Join for FREE
It only takes a minute!
Discover the ZEISS Digital Nature Hub

Welcome to BirdForum.
BirdForum is the net's largest birding community, dedicated to wild birds and birding, and is absolutely FREE! You are most welcome to register for an account, which allows you to take part in lively discussions in the forum, post your pictures in the gallery and more.

Confirm Sparrowhawk gender please - London UK

Reply
 
Thread Tools Rate Thread
Old Sunday 30th January 2011, 06:25   #1
ChrisKten
It's true, I quite like Pigeons
 
ChrisKten's Avatar

 
Join Date: Aug 2008
Location: London UK
Posts: 59,513
Confirm Sparrowhawk gender please - London UK

As some of you will know, I see Sparrowhawks often, and I'm fortunate to see many kills. I've seen males take birds up to the size of Collared Doves, but Starlings/Blackbirds are usually the largest prey for males. This bird took and ate a Pigeon yesterday, and it's quite large compared to the other males that I see.

There's hardly any supercilium, and there's signs of rufous cheeks; I'd guess this was a 2nd or even 3rd year male. But it's size, and the fact that it controlled killed a healthy Pigeon quite quickly, is more on a par with a female.

So I thought I'd better confirm that it's a male. Pics taken through grubby windows, and in very poor light, but enough detail for sexing I think. I've loads more pics, but I think these two show enough to compare size and see the lack of supercilium etc.

Thanks.
Attached Thumbnails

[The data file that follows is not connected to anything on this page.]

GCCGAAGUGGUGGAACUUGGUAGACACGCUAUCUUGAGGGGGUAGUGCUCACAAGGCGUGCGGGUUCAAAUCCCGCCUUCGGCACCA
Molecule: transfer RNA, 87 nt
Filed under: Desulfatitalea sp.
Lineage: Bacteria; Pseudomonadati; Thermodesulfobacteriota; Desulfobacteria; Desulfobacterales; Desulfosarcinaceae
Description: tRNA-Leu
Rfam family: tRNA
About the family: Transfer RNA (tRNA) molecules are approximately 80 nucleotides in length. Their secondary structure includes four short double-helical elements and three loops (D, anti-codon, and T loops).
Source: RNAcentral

Click image for larger version

Name:	P2150777RGpf.JPG
Views:	282
Size:	274.0 KB
ID:	305985  Click image for larger version

Name:	P2150928RGpf.JPG
Views:	186
Size:	264.4 KB
ID:	305986  
ChrisKten is offline  
Reply With Quote
Old Sunday 30th January 2011, 07:11   #2
Cristian Mihai
Cristian Mihai
 
Cristian Mihai's Avatar

 
Join Date: Apr 2007
Location: Bucharest
Posts: 17,004
It looks like a male indeed. Probably not an full adult bird.

Last edited by Cristian Mihai : Sunday 30th January 2011 at 07:58.
Cristian Mihai is offline  
Reply With Quote
Old Sunday 30th January 2011, 07:46   #3
ChrisKten
It's true, I quite like Pigeons
 
ChrisKten's Avatar

 
Join Date: Aug 2008
Location: London UK
Posts: 59,513
Thanks for confirming it Cristian.
ChrisKten is offline  
Reply With Quote
Old Sunday 30th January 2011, 08:50   #4
OlaB
Registered User

 
Join Date: May 2010
Location: Göteborg, Sweden
Posts: 766
Quote:
Originally Posted by Cristian Mihai View Post
It looks like a male indeed. Probably not an full adult bird.
I agree! Seems to have retained a few juvenile secondaries and tail feathers (as far as I can judge from the pictures). A very probable 3 cy male for me.
__________________
Ola Bäckman
OlaB is offline  
Reply With Quote
Old Sunday 30th January 2011, 11:21   #5
acorn
Registered User

 
Join Date: Jun 2008
Location: UK
Posts: 139
Its a female 100%
Regards
Colin
acorn is offline  
Reply With Quote
Old Sunday 30th January 2011, 13:03   #6
pauco
Старлинг фан
 
pauco's Avatar

 
Join Date: Dec 2002
Location: lancashire
Posts: 4,476
Adult Female, nothing to show anything otherwise.
__________________


Paul.
pauco is offline  
Reply With Quote

BF Supporter 2004 Support BirdForum With A Donation

Old Sunday 30th January 2011, 13:13   #7
ChrisKten
It's true, I quite like Pigeons
 
ChrisKten's Avatar

 
Join Date: Aug 2008
Location: London UK
Posts: 59,513
Oh, I still favour a young male, but I wouldn't have started the thread if I was positive.